POT TOPICS is a weekly collection of cannabis-related news curated by the Chicago Sun-Times. Here’s this week’s top stories:
A small but increasing number of businesses are dropping marijuana from the list of drugs prospective employees are tested for. Experts have said that testing for the drug excludes too many potential employees at a time when filling jobs is more difficult than it’s been in roughly two decades.
As businesses rethink their approach to drug testing, some small businesses are having a hard time navigating the conflicting state and federal laws regarding medical and recreational pot. Unlike larger corporations, smaller companies don’t have extensive human resources and legal departments to help them sift through the laws.
“There is a lot of conflict there, and many employers, they just don’t know what to do,” said Kathryn Russo, a lawyer at Melville, NY-based firm Jackson Lewis.
Canadian Prime Minister Justin Trudeau vowed Thursday to legalize marijuana for recreational use by the summer, defying calls from fellow lawmakers who want an additional year to consult with indigenous communities.
“Every single day Canadians are hurt and harmed by the current approach on marijuana. It’s not working,” according to Trudeau, who cited a 2009 study conducted by the World Health Organization that found Canada had the highest rate of underage pot use among 29 developed countries. “Our current system is failing our kids.”
On Sunday, Adie Wilson-Poe, Ph.D. wrote a column for the Sun-Times claiming cannabis is one of the most effective tools to treat opioid addiction. Wilson-Roe, who is on the faculty of the Washington University School of Medicine in Saint Louis, Mo., said cannabis is a “safe, sustainable option for pain relief that does not put its users at risk for overdose.” Wilson-Roe, who also serves as a scientific advisor to the cannabis startup Weedmaps, thinks Illinoisans in need of pain relief should have access to the drug.
The Illinois House is currently considering a measure that would expand the state’s medical cannabis program to give people who have been prescribed opioids a different option for treating their pain. The bill passed the Senate last month in a 44-6 vote.
New research appears to show that the use of medical cannabis can result in lower rates of opioid prescriptions.
States with legal medical cannabis programs — including Illinois, which has a medical cannabis “pilot program” — had more than 2 million fewer daily doses of opioids prescribed each year under Medicare Part D than in states that hadn’t enacted similar laws, according to a pair of studies published last month in the journal JAMA Internal Medicine.
New Jersey Gov. Phil Murphy admitted this week to having experimented with cannabis a few times in his life. The Democrat is pushing to legalize pot for recreational use in the Garden State.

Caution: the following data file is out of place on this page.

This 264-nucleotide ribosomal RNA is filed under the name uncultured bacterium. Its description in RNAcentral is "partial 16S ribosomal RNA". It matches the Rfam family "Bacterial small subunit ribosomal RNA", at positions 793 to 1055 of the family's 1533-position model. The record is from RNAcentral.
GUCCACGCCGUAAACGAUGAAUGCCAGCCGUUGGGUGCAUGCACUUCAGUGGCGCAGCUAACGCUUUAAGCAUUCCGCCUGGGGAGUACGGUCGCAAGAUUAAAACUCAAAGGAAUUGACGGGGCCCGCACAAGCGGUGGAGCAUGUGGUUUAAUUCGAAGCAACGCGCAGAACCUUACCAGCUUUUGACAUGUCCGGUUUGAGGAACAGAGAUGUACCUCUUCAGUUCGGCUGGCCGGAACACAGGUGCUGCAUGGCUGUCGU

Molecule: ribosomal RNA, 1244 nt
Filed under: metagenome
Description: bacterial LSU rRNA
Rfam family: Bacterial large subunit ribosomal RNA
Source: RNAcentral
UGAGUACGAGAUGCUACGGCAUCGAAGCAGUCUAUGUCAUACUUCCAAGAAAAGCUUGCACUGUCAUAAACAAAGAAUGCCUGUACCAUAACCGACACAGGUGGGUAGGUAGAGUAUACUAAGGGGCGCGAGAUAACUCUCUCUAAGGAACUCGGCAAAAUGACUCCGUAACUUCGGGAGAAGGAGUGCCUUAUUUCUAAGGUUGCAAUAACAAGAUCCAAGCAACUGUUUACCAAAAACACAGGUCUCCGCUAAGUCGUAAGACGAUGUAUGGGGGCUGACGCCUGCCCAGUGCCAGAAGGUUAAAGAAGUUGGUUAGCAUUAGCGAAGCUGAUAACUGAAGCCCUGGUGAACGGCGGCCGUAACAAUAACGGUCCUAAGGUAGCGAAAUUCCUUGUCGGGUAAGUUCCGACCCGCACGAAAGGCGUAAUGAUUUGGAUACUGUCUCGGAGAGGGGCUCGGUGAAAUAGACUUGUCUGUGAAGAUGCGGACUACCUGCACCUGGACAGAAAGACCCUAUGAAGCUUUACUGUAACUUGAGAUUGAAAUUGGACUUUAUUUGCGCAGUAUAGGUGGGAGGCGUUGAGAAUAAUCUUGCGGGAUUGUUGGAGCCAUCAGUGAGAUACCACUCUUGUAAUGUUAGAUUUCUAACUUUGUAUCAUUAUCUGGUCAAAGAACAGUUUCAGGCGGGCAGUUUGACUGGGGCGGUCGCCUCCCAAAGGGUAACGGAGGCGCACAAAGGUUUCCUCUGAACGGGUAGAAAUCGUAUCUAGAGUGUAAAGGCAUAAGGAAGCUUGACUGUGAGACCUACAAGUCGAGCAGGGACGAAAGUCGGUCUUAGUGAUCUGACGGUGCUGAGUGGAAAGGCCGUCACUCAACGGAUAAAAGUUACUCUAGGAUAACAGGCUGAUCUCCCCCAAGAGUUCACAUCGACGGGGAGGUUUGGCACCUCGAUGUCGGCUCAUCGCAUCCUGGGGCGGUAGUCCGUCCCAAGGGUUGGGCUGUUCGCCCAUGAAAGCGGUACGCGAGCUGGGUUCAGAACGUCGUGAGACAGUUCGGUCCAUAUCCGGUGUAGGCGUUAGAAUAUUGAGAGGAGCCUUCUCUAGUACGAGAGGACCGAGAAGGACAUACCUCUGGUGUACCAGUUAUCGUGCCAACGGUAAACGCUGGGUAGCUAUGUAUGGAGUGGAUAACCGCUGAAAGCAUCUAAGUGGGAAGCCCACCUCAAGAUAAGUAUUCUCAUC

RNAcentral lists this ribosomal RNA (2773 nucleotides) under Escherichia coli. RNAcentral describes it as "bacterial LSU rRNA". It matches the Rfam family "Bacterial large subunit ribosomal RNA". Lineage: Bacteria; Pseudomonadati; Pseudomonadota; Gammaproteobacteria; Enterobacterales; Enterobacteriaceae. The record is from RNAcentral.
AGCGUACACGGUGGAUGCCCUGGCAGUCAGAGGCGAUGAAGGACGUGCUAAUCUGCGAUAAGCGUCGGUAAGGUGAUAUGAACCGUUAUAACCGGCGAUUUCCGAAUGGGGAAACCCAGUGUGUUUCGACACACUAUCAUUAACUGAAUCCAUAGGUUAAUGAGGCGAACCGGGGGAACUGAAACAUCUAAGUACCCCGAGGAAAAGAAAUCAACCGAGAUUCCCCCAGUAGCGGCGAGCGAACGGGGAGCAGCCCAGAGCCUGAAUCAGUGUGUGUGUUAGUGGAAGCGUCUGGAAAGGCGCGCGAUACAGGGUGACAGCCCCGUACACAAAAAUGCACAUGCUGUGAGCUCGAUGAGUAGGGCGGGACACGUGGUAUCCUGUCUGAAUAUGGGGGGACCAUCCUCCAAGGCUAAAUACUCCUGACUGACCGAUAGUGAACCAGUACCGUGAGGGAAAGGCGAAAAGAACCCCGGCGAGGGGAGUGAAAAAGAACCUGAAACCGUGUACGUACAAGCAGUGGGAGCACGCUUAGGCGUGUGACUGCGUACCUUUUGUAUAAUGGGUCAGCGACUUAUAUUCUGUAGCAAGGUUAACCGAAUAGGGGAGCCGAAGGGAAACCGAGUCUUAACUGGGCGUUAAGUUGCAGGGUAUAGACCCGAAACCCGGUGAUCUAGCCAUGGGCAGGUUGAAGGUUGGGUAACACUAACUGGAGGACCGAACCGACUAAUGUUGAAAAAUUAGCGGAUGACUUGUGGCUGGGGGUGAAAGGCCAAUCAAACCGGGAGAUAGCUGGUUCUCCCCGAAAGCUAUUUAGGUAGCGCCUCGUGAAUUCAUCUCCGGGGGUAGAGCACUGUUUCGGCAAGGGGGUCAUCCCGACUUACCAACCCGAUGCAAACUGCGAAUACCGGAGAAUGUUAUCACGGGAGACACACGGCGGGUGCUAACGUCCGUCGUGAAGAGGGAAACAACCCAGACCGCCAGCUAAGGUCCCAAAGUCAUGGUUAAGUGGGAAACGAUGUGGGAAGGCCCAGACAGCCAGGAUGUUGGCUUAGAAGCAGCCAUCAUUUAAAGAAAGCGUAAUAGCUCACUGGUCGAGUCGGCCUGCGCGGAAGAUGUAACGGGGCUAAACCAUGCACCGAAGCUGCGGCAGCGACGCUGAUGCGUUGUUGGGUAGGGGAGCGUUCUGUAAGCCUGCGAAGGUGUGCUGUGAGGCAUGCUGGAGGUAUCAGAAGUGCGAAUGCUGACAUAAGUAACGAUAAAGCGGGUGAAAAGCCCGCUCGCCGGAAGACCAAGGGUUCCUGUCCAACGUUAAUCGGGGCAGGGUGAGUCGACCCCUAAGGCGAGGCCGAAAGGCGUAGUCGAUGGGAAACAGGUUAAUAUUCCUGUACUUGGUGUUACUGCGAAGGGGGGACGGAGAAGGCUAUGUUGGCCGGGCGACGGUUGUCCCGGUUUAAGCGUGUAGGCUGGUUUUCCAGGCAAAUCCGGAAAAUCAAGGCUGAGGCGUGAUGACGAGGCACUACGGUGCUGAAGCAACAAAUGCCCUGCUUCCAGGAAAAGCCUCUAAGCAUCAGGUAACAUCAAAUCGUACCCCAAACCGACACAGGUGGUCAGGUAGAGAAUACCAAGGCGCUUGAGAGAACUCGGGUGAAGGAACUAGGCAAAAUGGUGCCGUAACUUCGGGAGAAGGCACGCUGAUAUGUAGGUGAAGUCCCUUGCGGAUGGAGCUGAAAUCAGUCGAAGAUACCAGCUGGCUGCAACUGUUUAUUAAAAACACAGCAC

“Here’s the deal: I’ve tried marijuana literally once or twice many years ago, and I don’t have any desire to partake again,” Murphy wrote in a tweet Thursday. “But this effort isn’t about me — this is about social justice.”
Former editor submits offer to buy The Denver Post’s beleaguered pot-centric website
Last week, the Sun-Times reported that the editorial staff at The Denver Post’s marijuana vertical, The Cannabist, stepped down amid a stream of layoffs at the paper. On Friday, the publication’s former editor, Ricardo Baca, sent a letter of intent to the paper expressing his interest in buying the publication alongside a group of investors.
“The final deal, assuming we’re able to reach one, will determine the group we ultimately move forward with,” according to Baca, who said some of the potential investors specialize in cannabis investments while others operate outside the industry.
I made it official one hour ago, when I sent The Denver Post an official letter of intent. My offer to purchase The Cannabist is reasonable, and I look forward to hearing back from the newspaper's leadership. Here's @LeaflyNews' @badlin with the latest: https://t.co/iXTpFbOzRe— Ricardo Baca (@bruvs) May 4, 2018
Baca has been in touch with The Denver Post’s editor-in-chief,Lee Ann Colacioppo, as well as the paper’s chief financial officer, Justin Mock, who encouraged him to send the formal letter of intent.
“Now the ball’s in their court,” Baca said. “I’m optimistic we can work something out.”
Baca noted that he’s talking to established daily newspapers and websites about picking up The Cannabist’s coverage should the deal go through.
“The Cannabist’s greatest assets has always been an entire newsroom of talented, hard-working reporters cranking away at city council meetings, state legislature sessions and suburban neighborhood meetings that happened to be writing on the unique conversations that arise when a community legalizes marijuana,” he added.